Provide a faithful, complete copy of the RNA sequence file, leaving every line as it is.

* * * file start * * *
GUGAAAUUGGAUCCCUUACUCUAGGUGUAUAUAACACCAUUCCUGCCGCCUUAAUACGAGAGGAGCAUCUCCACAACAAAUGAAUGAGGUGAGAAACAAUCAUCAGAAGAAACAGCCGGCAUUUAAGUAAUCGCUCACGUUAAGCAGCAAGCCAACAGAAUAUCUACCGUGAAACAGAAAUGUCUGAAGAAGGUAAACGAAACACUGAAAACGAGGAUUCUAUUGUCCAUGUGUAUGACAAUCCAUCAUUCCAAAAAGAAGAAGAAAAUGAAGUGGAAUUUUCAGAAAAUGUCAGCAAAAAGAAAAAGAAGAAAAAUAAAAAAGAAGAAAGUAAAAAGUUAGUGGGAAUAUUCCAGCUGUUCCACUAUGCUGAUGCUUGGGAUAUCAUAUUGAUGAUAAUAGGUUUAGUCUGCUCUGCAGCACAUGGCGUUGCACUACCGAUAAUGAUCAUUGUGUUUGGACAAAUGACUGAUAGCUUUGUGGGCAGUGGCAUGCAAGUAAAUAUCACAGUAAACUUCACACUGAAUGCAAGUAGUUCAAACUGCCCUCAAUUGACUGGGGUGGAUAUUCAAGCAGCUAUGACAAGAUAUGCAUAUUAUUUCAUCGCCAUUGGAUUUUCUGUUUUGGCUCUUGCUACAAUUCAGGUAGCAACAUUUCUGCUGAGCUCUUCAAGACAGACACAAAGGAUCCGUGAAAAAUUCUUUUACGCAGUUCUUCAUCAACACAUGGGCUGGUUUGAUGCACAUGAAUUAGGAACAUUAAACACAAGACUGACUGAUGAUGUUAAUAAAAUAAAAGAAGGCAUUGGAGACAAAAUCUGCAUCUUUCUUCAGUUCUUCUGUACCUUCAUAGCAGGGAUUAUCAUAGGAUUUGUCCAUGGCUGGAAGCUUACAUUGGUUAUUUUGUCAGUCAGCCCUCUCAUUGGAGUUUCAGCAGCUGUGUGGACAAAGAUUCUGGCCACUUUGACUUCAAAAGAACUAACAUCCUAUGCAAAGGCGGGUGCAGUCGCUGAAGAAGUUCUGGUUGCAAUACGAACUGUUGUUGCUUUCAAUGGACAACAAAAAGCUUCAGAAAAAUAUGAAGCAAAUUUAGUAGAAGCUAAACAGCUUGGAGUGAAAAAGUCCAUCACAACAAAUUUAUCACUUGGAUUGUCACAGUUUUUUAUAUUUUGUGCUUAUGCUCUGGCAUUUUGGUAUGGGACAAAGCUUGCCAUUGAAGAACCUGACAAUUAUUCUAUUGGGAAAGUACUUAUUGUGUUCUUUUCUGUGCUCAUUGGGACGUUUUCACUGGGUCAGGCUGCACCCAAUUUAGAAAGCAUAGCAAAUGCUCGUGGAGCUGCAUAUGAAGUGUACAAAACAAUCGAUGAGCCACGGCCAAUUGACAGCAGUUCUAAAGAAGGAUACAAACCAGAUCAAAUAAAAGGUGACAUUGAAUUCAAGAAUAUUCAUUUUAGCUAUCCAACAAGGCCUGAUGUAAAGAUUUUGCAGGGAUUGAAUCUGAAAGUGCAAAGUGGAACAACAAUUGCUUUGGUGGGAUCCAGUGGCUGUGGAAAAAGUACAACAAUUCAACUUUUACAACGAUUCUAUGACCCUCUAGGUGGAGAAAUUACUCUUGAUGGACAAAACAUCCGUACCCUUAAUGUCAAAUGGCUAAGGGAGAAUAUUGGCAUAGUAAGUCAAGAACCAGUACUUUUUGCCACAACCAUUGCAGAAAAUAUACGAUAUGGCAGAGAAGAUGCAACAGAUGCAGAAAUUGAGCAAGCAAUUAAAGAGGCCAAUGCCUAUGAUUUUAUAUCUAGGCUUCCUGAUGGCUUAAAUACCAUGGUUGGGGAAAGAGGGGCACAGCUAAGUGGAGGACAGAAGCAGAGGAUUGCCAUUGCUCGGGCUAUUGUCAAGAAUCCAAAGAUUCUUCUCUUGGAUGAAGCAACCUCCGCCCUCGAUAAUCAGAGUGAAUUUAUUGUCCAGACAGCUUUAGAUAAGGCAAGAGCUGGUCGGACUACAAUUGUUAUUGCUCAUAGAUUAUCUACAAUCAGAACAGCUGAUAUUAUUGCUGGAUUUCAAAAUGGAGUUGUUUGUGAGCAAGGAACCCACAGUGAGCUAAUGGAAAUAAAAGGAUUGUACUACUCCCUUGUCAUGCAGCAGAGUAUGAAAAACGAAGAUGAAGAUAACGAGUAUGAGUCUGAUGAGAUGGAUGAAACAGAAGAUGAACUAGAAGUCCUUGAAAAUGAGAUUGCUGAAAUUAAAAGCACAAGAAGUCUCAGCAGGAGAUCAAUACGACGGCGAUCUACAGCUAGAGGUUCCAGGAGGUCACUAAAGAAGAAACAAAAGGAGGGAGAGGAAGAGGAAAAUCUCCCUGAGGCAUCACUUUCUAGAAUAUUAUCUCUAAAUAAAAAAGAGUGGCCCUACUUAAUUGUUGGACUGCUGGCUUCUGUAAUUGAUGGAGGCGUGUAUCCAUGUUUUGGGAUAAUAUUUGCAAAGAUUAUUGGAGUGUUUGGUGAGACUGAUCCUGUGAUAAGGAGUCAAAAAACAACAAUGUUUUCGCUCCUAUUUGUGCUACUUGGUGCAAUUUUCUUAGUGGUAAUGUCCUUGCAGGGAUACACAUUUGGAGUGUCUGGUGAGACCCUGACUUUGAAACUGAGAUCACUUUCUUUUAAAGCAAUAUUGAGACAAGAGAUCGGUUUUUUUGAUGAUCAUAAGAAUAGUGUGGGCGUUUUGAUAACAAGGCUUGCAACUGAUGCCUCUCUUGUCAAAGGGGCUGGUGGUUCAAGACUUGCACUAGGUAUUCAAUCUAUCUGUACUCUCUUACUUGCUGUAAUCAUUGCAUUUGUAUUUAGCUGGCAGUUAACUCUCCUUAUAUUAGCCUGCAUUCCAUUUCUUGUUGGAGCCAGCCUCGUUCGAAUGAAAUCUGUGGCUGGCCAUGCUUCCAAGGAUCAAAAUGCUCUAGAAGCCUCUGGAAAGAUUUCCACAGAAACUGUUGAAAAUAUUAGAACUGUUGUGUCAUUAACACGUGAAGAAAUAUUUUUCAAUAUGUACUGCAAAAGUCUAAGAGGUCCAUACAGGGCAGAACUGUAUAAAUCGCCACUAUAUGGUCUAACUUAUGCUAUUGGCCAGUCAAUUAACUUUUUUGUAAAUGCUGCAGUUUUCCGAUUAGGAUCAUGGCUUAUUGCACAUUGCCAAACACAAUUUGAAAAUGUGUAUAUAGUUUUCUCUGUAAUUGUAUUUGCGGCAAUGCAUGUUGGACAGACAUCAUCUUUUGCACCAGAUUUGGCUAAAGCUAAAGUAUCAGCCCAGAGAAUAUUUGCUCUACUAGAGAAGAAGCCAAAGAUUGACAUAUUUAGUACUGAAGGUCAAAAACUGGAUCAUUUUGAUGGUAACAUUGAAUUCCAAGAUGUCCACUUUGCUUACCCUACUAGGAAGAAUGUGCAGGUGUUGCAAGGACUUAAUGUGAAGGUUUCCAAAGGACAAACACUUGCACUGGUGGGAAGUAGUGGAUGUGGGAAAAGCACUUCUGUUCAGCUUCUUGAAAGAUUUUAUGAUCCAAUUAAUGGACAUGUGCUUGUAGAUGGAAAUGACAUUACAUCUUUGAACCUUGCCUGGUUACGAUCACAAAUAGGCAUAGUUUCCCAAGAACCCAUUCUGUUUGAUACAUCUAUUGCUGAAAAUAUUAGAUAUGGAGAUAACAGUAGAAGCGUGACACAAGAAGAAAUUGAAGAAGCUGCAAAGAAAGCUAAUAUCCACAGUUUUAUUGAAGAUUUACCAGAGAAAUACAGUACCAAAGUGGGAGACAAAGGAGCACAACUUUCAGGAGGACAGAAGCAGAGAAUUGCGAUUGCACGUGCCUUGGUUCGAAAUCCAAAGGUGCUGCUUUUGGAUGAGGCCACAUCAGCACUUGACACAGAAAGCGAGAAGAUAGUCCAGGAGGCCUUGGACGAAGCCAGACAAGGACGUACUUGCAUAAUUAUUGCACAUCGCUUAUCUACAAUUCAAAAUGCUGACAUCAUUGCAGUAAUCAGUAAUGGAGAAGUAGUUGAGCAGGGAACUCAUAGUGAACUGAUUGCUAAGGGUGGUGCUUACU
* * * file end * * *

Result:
GUGAAAUUGGAUCCCUUACUCUAGGUGUAUAUAACACCAUUCCUGCCGCCUUAAUACGAGAGGAGCAUCUCCACAACAAAUGAAUGAGGUGAGAAACAAUCAUCAGAAGAAACAGCCGGCAUUUAAGUAAUCGCUCACGUUAAGCAGCAAGCCAACAGAAUAUCUACCGUGAAACAGAAAUGUCUGAAGAAGGUAAACGAAACACUGAAAACGAGGAUUCUAUUGUCCAUGUGUAUGACAAUCCAUCAUUCCAAAAAGAAGAAGAAAAUGAAGUGGAAUUUUCAGAAAAUGUCAGCAAAAAGAAAAAGAAGAAAAAUAAAAAAGAAGAAAGUAAAAAGUUAGUGGGAAUAUUCCAGCUGUUCCACUAUGCUGAUGCUUGGGAUAUCAUAUUGAUGAUAAUAGGUUUAGUCUGCUCUGCAGCACAUGGCGUUGCACUACCGAUAAUGAUCAUUGUGUUUGGACAAAUGACUGAUAGCUUUGUGGGCAGUGGCAUGCAAGUAAAUAUCACAGUAAACUUCACACUGAAUGCAAGUAGUUCAAACUGCCCUCAAUUGACUGGGGUGGAUAUUCAAGCAGCUAUGACAAGAUAUGCAUAUUAUUUCAUCGCCAUUGGAUUUUCUGUUUUGGCUCUUGCUACAAUUCAGGUAGCAACAUUUCUGCUGAGCUCUUCAAGACAGACACAAAGGAUCCGUGAAAAAUUCUUUUACGCAGUUCUUCAUCAACACAUGGGCUGGUUUGAUGCACAUGAAUUAGGAACAUUAAACACAAGACUGACUGAUGAUGUUAAUAAAAUAAAAGAAGGCAUUGGAGACAAAAUCUGCAUCUUUCUUCAGUUCUUCUGUACCUUCAUAGCAGGGAUUAUCAUAGGAUUUGUCCAUGGCUGGAAGCUUACAUUGGUUAUUUUGUCAGUCAGCCCUCUCAUUGGAGUUUCAGCAGCUGUGUGGACAAAGAUUCUGGCCACUUUGACUUCAAAAGAACUAACAUCCUAUGCAAAGGCGGGUGCAGUCGCUGAAGAAGUUCUGGUUGCAAUACGAACUGUUGUUGCUUUCAAUGGACAACAAAAAGCUUCAGAAAAAUAUGAAGCAAAUUUAGUAGAAGCUAAACAGCUUGGAGUGAAAAAGUCCAUCACAACAAAUUUAUCACUUGGAUUGUCACAGUUUUUUAUAUUUUGUGCUUAUGCUCUGGCAUUUUGGUAUGGGACAAAGCUUGCCAUUGAAGAACCUGACAAUUAUUCUAUUGGGAAAGUACUUAUUGUGUUCUUUUCUGUGCUCAUUGGGACGUUUUCACUGGGUCAGGCUGCACCCAAUUUAGAAAGCAUAGCAAAUGCUCGUGGAGCUGCAUAUGAAGUGUACAAAACAAUCGAUGAGCCACGGCCAAUUGACAGCAGUUCUAAAGAAGGAUACAAACCAGAUCAAAUAAAAGGUGACAUUGAAUUCAAGAAUAUUCAUUUUAGCUAUCCAACAAGGCCUGAUGUAAAGAUUUUGCAGGGAUUGAAUCUGAAAGUGCAAAGUGGAACAACAAUUGCUUUGGUGGGAUCCAGUGGCUGUGGAAAAAGUACAACAAUUCAACUUUUACAACGAUUCUAUGACCCUCUAGGUGGAGAAAUUACUCUUGAUGGACAAAACAUCCGUACCCUUAAUGUCAAAUGGCUAAGGGAGAAUAUUGGCAUAGUAAGUCAAGAACCAGUACUUUUUGCCACAACCAUUGCAGAAAAUAUACGAUAUGGCAGAGAAGAUGCAACAGAUGCAGAAAUUGAGCAAGCAAUUAAAGAGGCCAAUGCCUAUGAUUUUAUAUCUAGGCUUCCUGAUGGCUUAAAUACCAUGGUUGGGGAAAGAGGGGCACAGCUAAGUGGAGGACAGAAGCAGAGGAUUGCCAUUGCUCGGGCUAUUGUCAAGAAUCCAAAGAUUCUUCUCUUGGAUGAAGCAACCUCCGCCCUCGAUAAUCAGAGUGAAUUUAUUGUCCAGACAGCUUUAGAUAAGGCAAGAGCUGGUCGGACUACAAUUGUUAUUGCUCAUAGAUUAUCUACAAUCAGAACAGCUGAUAUUAUUGCUGGAUUUCAAAAUGGAGUUGUUUGUGAGCAAGGAACCCACAGUGAGCUAAUGGAAAUAAAAGGAUUGUACUACUCCCUUGUCAUGCAGCAGAGUAUGAAAAACGAAGAUGAAGAUAACGAGUAUGAGUCUGAUGAGAUGGAUGAAACAGAAGAUGAACUAGAAGUCCUUGAAAAUGAGAUUGCUGAAAUUAAAAGCACAAGAAGUCUCAGCAGGAGAUCAAUACGACGGCGAUCUACAGCUAGAGGUUCCAGGAGGUCACUAAAGAAGAAACAAAAGGAGGGAGAGGAAGAGGAAAAUCUCCCUGAGGCAUCACUUUCUAGAAUAUUAUCUCUAAAUAAAAAAGAGUGGCCCUACUUAAUUGUUGGACUGCUGGCUUCUGUAAUUGAUGGAGGCGUGUAUCCAUGUUUUGGGAUAAUAUUUGCAAAGAUUAUUGGAGUGUUUGGUGAGACUGAUCCUGUGAUAAGGAGUCAAAAAACAACAAUGUUUUCGCUCCUAUUUGUGCUACUUGGUGCAAUUUUCUUAGUGGUAAUGUCCUUGCAGGGAUACACAUUUGGAGUGUCUGGUGAGACCCUGACUUUGAAACUGAGAUCACUUUCUUUUAAAGCAAUAUUGAGACAAGAGAUCGGUUUUUUUGAUGAUCAUAAGAAUAGUGUGGGCGUUUUGAUAACAAGGCUUGCAACUGAUGCCUCUCUUGUCAAAGGGGCUGGUGGUUCAAGACUUGCACUAGGUAUUCAAUCUAUCUGUACUCUCUUACUUGCUGUAAUCAUUGCAUUUGUAUUUAGCUGGCAGUUAACUCUCCUUAUAUUAGCCUGCAUUCCAUUUCUUGUUGGAGCCAGCCUCGUUCGAAUGAAAUCUGUGGCUGGCCAUGCUUCCAAGGAUCAAAAUGCUCUAGAAGCCUCUGGAAAGAUUUCCACAGAAACUGUUGAAAAUAUUAGAACUGUUGUGUCAUUAACACGUGAAGAAAUAUUUUUCAAUAUGUACUGCAAAAGUCUAAGAGGUCCAUACAGGGCAGAACUGUAUAAAUCGCCACUAUAUGGUCUAACUUAUGCUAUUGGCCAGUCAAUUAACUUUUUUGUAAAUGCUGCAGUUUUCCGAUUAGGAUCAUGGCUUAUUGCACAUUGCCAAACACAAUUUGAAAAUGUGUAUAUAGUUUUCUCUGUAAUUGUAUUUGCGGCAAUGCAUGUUGGACAGACAUCAUCUUUUGCACCAGAUUUGGCUAAAGCUAAAGUAUCAGCCCAGAGAAUAUUUGCUCUACUAGAGAAGAAGCCAAAGAUUGACAUAUUUAGUACUGAAGGUCAAAAACUGGAUCAUUUUGAUGGUAACAUUGAAUUCCAAGAUGUCCACUUUGCUUACCCUACUAGGAAGAAUGUGCAGGUGUUGCAAGGACUUAAUGUGAAGGUUUCCAAAGGACAAACACUUGCACUGGUGGGAAGUAGUGGAUGUGGGAAAAGCACUUCUGUUCAGCUUCUUGAAAGAUUUUAUGAUCCAAUUAAUGGACAUGUGCUUGUAGAUGGAAAUGACAUUACAUCUUUGAACCUUGCCUGGUUACGAUCACAAAUAGGCAUAGUUUCCCAAGAACCCAUUCUGUUUGAUACAUCUAUUGCUGAAAAUAUUAGAUAUGGAGAUAACAGUAGAAGCGUGACACAAGAAGAAAUUGAAGAAGCUGCAAAGAAAGCUAAUAUCCACAGUUUUAUUGAAGAUUUACCAGAGAAAUACAGUACCAAAGUGGGAGACAAAGGAGCACAACUUUCAGGAGGACAGAAGCAGAGAAUUGCGAUUGCACGUGCCUUGGUUCGAAAUCCAAAGGUGCUGCUUUUGGAUGAGGCCACAUCAGCACUUGACACAGAAAGCGAGAAGAUAGUCCAGGAGGCCUUGGACGAAGCCAGACAAGGACGUACUUGCAUAAUUAUUGCACAUCGCUUAUCUACAAUUCAAAAUGCUGACAUCAUUGCAGUAAUCAGUAAUGGAGAAGUAGUUGAGCAGGGAACUCAUAGUGAACUGAUUGCUAAGGGUGGUGCUUACU